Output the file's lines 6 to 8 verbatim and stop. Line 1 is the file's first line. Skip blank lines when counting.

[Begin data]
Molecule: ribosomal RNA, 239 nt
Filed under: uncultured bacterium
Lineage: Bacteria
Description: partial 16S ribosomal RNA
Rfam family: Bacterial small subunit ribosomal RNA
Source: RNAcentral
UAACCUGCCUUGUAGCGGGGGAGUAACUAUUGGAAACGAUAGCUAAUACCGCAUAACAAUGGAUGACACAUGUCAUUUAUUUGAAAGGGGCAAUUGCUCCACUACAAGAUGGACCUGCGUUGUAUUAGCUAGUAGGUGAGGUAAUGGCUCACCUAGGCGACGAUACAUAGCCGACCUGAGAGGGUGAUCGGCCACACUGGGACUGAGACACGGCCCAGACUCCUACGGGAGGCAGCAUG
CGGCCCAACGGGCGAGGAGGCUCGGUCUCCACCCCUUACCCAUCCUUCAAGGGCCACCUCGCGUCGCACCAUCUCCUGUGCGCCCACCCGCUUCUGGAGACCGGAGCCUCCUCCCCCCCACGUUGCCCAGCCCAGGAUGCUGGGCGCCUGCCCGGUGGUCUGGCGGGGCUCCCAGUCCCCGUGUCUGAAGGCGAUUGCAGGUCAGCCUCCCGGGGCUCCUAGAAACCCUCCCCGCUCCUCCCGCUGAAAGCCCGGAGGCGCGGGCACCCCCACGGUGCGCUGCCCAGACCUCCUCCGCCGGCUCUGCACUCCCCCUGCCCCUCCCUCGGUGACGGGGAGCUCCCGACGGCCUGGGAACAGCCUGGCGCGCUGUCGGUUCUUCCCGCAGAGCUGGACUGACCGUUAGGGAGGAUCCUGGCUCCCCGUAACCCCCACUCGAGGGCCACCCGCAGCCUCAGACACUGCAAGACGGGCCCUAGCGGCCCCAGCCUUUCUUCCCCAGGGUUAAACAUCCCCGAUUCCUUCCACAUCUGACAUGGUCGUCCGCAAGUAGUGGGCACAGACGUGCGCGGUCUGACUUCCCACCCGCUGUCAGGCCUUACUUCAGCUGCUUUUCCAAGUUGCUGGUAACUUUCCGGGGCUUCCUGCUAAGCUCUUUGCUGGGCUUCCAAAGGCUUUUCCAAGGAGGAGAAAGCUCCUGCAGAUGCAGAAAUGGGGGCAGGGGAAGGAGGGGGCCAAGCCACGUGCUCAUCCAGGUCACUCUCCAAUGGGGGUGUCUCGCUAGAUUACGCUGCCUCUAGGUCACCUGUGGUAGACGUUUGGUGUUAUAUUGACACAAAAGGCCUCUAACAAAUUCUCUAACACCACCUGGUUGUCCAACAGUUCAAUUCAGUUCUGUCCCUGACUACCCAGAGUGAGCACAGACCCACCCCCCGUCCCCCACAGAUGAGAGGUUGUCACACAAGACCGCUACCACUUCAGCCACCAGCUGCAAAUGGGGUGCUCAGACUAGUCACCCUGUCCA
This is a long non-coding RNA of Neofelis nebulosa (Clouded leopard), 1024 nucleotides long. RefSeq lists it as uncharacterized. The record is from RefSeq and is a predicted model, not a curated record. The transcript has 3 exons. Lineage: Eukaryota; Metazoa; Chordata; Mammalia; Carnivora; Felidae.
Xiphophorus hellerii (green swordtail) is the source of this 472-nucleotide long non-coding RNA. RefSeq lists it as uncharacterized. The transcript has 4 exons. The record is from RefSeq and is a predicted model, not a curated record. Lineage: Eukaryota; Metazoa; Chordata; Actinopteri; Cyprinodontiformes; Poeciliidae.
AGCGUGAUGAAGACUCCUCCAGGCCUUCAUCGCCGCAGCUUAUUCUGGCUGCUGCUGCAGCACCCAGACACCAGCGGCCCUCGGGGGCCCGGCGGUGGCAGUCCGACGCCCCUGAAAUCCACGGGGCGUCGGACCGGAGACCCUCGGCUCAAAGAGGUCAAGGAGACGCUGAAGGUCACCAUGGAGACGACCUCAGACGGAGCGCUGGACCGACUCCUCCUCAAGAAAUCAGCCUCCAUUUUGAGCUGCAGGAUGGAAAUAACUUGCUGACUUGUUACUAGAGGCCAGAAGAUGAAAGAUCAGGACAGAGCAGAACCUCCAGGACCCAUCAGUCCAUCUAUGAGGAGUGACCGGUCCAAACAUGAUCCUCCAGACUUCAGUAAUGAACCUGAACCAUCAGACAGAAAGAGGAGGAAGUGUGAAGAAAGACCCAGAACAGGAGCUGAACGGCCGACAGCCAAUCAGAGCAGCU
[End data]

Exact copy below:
Source: RNAcentral
UAACCUGCCUUGUAGCGGGGGAGUAACUAUUGGAAACGAUAGCUAAUACCGCAUAACAAUGGAUGACACAUGUCAUUUAUUUGAAAGGGGCAAUUGCUCCACUACAAGAUGGACCUGCGUUGUAUUAGCUAGUAGGUGAGGUAAUGGCUCACCUAGGCGACGAUACAUAGCCGACCUGAGAGGGUGAUCGGCCACACUGGGACUGAGACACGGCCCAGACUCCUACGGGAGGCAGCAUG
CGGCCCAACGGGCGAGGAGGCUCGGUCUCCACCCCUUACCCAUCCUUCAAGGGCCACCUCGCGUCGCACCAUCUCCUGUGCGCCCACCCGCUUCUGGAGACCGGAGCCUCCUCCCCCCCACGUUGCCCAGCCCAGGAUGCUGGGCGCCUGCCCGGUGGUCUGGCGGGGCUCCCAGUCCCCGUGUCUGAAGGCGAUUGCAGGUCAGCCUCCCGGGGCUCCUAGAAACCCUCCCCGCUCCUCCCGCUGAAAGCCCGGAGGCGCGGGCACCCCCACGGUGCGCUGCCCAGACCUCCUCCGCCGGCUCUGCACUCCCCCUGCCCCUCCCUCGGUGACGGGGAGCUCCCGACGGCCUGGGAACAGCCUGGCGCGCUGUCGGUUCUUCCCGCAGAGCUGGACUGACCGUUAGGGAGGAUCCUGGCUCCCCGUAACCCCCACUCGAGGGCCACCCGCAGCCUCAGACACUGCAAGACGGGCCCUAGCGGCCCCAGCCUUUCUUCCCCAGGGUUAAACAUCCCCGAUUCCUUCCACAUCUGACAUGGUCGUCCGCAAGUAGUGGGCACAGACGUGCGCGGUCUGACUUCCCACCCGCUGUCAGGCCUUACUUCAGCUGCUUUUCCAAGUUGCUGGUAACUUUCCGGGGCUUCCUGCUAAGCUCUUUGCUGGGCUUCCAAAGGCUUUUCCAAGGAGGAGAAAGCUCCUGCAGAUGCAGAAAUGGGGGCAGGGGAAGGAGGGGGCCAAGCCACGUGCUCAUCCAGGUCACUCUCCAAUGGGGGUGUCUCGCUAGAUUACGCUGCCUCUAGGUCACCUGUGGUAGACGUUUGGUGUUAUAUUGACACAAAAGGCCUCUAACAAAUUCUCUAACACCACCUGGUUGUCCAACAGUUCAAUUCAGUUCUGUCCCUGACUACCCAGAGUGAGCACAGACCCACCCCCCGUCCCCCACAGAUGAGAGGUUGUCACACAAGACCGCUACCACUUCAGCCACCAGCUGCAAAUGGGGUGCUCAGACUAGUCACCCUGUCCA